Illite sample - sometimes spectra of illite and smectite look similar. Here you can see
the difference with a distinctive doublet absorption feature between 2300-2500nm
that doesn't appear with smectite.
Kaolinite spectra identified using EZ-ID software. Scan taken in a soil pit in
Wisconsin.
Clay mineralogy in soil
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Clay minerals are a major component of most soils. They are layer
silicates typically formed by weathering of other silicate minerals.
Clays have a large surface area and can hold an electrical charge –
usually a negative charge that attracts and holds positively charged
ions from nutrients. This cation exchange capacity (CEC) has an
effect on soil structure stability, nutrient availability, soil pH and soil
reaction to fertilizers and other additives. In addition, various clays
have the ability to attract water molecules and swell which can impact
soil drainage. With the
PSR+ high resolution field spectroradiometer
and EZ-ID mineral identification software a researcher can identify
and analyze the clay properties of soil in the field or lab for a more
accurate assessment of soil characteristics.

Some of the most common clays are kaolinite, smectite, and illite.
Soils with a higher clay content tend to have a moderate to high CEC
and possess a greater capacity to retain nutrients against leaching.
High CEC soils have a higher water holding capacity and greater
capacity to resist changes to soil pH. Soils with more kaolinite and
illite tend to be less fertile than soils with a higher smectite content.  

The PSR+ running EZ-ID software with the USGS and optional
SPECMin spectral libraries can help identify different clay minerals in
soil samples. The PSR+ collects high resolution/low noise scans that
can be analyzed and matched against known samples in the EZ-ID
libraries by measuring and matching major absorption features.

For clays like illite, kaolinite and smectite (montorillonite),
absorptions near 2200 nm are due to combination vibrations and
overtones of Al-OH, H2O, OH and CO3.

For kaolinite the absorption doublet at 1400nm is due to overtones.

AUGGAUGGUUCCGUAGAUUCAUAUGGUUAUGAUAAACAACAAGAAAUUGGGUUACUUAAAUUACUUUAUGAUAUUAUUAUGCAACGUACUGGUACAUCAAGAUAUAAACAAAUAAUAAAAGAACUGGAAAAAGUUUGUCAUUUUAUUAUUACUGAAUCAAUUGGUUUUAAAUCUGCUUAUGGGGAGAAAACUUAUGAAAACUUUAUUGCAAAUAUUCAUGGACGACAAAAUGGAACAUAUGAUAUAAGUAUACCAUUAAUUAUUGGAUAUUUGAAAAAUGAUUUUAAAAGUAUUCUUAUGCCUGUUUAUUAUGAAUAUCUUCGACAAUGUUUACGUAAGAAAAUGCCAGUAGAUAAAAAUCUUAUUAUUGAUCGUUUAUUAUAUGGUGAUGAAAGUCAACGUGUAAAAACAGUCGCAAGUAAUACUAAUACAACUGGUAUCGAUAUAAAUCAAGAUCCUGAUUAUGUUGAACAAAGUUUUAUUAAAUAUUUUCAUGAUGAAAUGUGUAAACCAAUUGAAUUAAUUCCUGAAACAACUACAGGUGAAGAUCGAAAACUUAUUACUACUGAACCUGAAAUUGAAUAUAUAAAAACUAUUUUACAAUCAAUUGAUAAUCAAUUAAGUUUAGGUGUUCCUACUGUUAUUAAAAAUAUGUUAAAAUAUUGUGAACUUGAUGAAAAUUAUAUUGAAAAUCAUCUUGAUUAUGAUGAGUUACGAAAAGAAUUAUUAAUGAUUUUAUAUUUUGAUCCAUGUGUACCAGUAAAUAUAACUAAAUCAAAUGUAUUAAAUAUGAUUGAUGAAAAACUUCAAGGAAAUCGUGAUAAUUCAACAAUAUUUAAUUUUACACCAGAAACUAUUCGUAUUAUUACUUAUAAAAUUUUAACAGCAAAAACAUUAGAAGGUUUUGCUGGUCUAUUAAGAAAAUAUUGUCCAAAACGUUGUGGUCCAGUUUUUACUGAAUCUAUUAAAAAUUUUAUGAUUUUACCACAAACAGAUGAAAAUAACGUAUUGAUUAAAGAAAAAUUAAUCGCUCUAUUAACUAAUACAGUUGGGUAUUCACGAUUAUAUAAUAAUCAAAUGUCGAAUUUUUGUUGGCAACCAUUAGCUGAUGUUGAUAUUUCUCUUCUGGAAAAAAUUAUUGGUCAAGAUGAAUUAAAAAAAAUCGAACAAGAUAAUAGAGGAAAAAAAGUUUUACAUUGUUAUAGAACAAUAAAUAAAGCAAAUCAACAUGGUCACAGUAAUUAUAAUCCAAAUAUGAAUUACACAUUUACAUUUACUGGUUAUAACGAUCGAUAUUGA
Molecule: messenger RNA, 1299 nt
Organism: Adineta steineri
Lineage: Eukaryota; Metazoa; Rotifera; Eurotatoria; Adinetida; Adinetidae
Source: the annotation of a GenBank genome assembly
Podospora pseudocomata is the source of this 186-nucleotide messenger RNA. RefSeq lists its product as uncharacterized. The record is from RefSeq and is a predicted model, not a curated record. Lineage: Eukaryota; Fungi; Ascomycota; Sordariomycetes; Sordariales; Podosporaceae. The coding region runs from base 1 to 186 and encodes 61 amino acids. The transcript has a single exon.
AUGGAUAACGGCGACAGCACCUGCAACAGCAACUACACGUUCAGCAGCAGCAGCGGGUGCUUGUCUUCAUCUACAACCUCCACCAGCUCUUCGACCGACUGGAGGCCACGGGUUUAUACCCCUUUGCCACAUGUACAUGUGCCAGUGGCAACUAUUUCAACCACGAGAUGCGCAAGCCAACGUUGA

An O-H stretch combination and an Al-OH bend are shown near
2200nm. Smectite, a group that includes Montmorillonite, has strong
characteristics with absorptions at 1400, 1900 and 2200nm. Smectite
has an octahedral layer causing the first overtone of a structural O-H
stretching that appears at the 1400nm band. Bound water in the
lattices of Smectite will show bands at 1400 and 1900nm due to
vibrations. The combination bands that are caused by vibrations of
bound water come about at somewhat shorter wavelengths at 1400
and 1900nm.

Smectite and Illite can sometimes show very similar absorptions if
one does not know what to look for. Illite shows absorptions at 1400,
1900 and 2200nm just like Smectite. Illite can be distinguished from
Smectite by having additional absorptions at 2340 and 2445nm.

Soil analysis using a PSR+ full range UV/VIS/NIR spectroradiometer
with a 350-2500nm spectral range is fast, non-destructive, affordable,
and doesn’t involve hazardous chemicals. With our handheld sample
contact probe, soil spectra can be collected in the field from
outcrops or a soil pit. EZ-ID provides a best match based on
examining the target spectra and the library spectras. A researcher
can add or remove regions of interest to focus on only the prominent
features in the spectra for a better identification in clay mixtures.

The PSR + can be combined with a wide range of accessories
including a range of FOV options such as direct attaching 4°, 8°, or
14° lenses, 25° fiber optic, diffuser, or integrating sphere. Fiber
mount options include 1, 2, 3, 4, 5, 8, and 10° lenses. It can be used
with a sample contact probe, leaf clip, or benchtop probe with sample
compactor and can store 1,000 spectra on the instrument without a
computer. Communications interfaces include USB and Class 1
Bluetooth.
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